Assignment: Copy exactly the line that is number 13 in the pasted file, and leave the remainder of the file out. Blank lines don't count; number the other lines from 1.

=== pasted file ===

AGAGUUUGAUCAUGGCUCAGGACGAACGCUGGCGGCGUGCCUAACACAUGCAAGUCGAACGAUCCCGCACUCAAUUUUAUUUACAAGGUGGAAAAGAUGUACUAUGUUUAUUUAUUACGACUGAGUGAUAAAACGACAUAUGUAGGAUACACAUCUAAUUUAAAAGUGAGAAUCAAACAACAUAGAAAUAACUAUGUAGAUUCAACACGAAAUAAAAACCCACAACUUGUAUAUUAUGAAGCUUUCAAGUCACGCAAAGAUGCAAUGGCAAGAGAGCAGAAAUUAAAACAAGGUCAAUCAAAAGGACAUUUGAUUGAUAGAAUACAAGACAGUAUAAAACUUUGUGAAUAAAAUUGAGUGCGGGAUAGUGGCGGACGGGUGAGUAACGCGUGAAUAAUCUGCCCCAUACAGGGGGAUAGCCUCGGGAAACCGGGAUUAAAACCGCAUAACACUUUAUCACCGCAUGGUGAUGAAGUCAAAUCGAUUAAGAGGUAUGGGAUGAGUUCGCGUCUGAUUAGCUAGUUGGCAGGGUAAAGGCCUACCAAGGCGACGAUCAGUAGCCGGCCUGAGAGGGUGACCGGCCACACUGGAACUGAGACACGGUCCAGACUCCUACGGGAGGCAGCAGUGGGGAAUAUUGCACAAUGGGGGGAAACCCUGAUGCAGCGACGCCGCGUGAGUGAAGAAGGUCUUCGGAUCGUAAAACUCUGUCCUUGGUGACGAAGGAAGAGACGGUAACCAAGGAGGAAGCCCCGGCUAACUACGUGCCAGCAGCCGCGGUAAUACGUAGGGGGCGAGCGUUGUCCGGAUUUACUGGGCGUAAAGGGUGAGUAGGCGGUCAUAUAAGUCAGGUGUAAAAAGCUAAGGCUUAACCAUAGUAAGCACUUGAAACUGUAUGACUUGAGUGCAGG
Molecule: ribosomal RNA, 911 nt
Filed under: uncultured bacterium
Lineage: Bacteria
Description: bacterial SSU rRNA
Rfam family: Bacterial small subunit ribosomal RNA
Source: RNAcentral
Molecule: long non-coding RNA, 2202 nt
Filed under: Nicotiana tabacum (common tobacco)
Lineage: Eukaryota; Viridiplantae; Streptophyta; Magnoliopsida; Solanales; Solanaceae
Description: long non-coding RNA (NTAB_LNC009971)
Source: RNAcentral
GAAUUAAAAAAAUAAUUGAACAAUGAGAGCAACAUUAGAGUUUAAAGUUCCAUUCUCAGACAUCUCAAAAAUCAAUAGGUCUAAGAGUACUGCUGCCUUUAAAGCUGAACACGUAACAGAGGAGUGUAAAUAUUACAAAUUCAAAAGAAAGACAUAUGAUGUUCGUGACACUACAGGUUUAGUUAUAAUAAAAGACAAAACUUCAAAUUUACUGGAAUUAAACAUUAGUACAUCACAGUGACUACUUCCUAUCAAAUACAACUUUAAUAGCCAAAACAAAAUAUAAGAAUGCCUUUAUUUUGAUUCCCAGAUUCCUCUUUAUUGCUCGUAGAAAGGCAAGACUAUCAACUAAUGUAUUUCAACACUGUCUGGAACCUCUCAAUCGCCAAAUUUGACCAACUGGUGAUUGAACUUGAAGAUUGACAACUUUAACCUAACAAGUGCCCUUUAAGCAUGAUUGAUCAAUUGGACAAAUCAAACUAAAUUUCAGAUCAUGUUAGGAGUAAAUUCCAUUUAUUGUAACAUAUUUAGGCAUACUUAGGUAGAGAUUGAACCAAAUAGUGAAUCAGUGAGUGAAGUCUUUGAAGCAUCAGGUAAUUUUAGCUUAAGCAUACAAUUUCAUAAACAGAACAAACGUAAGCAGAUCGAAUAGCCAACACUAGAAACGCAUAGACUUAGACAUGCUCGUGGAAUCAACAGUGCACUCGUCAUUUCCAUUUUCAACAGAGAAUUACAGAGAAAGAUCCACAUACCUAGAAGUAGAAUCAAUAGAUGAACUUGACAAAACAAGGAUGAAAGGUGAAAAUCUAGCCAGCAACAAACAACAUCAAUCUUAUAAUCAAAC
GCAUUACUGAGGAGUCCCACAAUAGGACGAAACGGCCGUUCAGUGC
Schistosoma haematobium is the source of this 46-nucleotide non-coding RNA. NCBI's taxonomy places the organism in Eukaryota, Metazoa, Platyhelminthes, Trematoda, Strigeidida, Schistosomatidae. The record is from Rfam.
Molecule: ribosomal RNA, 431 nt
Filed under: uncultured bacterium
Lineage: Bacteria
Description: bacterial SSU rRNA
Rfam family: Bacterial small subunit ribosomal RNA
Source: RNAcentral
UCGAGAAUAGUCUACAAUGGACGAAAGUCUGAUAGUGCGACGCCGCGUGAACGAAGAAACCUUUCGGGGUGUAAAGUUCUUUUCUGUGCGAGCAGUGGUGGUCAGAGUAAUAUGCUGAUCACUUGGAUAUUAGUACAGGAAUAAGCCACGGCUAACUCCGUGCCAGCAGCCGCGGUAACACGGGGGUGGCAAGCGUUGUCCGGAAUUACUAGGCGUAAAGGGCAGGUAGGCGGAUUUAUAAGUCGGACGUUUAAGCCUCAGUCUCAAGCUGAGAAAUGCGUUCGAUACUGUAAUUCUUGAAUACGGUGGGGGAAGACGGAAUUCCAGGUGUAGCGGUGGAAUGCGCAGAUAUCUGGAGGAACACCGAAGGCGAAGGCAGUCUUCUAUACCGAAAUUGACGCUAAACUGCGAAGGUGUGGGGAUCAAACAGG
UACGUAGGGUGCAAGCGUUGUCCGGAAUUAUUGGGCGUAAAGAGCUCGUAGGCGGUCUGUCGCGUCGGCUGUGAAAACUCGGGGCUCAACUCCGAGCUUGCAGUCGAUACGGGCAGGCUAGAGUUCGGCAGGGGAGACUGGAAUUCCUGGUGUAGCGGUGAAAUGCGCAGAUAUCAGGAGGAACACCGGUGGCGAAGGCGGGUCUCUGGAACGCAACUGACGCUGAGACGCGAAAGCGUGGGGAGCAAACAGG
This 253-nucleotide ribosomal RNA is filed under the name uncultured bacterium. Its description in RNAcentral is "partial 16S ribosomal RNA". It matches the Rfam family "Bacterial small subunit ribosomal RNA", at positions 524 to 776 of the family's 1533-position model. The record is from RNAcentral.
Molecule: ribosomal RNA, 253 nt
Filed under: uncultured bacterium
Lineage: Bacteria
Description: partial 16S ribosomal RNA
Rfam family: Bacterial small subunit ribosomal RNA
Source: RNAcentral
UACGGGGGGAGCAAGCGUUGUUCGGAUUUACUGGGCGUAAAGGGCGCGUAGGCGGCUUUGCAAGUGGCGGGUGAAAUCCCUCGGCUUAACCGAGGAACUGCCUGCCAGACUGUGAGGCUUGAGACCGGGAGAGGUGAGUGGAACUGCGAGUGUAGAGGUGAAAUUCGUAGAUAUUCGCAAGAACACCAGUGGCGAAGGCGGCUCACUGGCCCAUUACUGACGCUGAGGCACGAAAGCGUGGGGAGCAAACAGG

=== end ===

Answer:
GAAUUAAAAAAAUAAUUGAACAAUGAGAGCAACAUUAGAGUUUAAAGUUCCAUUCUCAGACAUCUCAAAAAUCAAUAGGUCUAAGAGUACUGCUGCCUUUAAAGCUGAACACGUAACAGAGGAGUGUAAAUAUUACAAAUUCAAAAGAAAGACAUAUGAUGUUCGUGACACUACAGGUUUAGUUAUAAUAAAAGACAAAACUUCAAAUUUACUGGAAUUAAACAUUAGUACAUCACAGUGACUACUUCCUAUCAAAUACAACUUUAAUAGCCAAAACAAAAUAUAAGAAUGCCUUUAUUUUGAUUCCCAGAUUCCUCUUUAUUGCUCGUAGAAAGGCAAGACUAUCAACUAAUGUAUUUCAACACUGUCUGGAACCUCUCAAUCGCCAAAUUUGACCAACUGGUGAUUGAACUUGAAGAUUGACAACUUUAACCUAACAAGUGCCCUUUAAGCAUGAUUGAUCAAUUGGACAAAUCAAACUAAAUUUCAGAUCAUGUUAGGAGUAAAUUCCAUUUAUUGUAACAUAUUUAGGCAUACUUAGGUAGAGAUUGAACCAAAUAGUGAAUCAGUGAGUGAAGUCUUUGAAGCAUCAGGUAAUUUUAGCUUAAGCAUACAAUUUCAUAAACAGAACAAACGUAAGCAGAUCGAAUAGCCAACACUAGAAACGCAUAGACUUAGACAUGCUCGUGGAAUCAACAGUGCACUCGUCAUUUCCAUUUUCAACAGAGAAUUACAGAGAAAGAUCCACAUACCUAGAAGUAGAAUCAAUAGAUGAACUUGACAAAACAAGGAUGAAAGGUGAAAAUCUAGCCAGCAACAAACAACAUCAAUCUUAUAAUCAAAC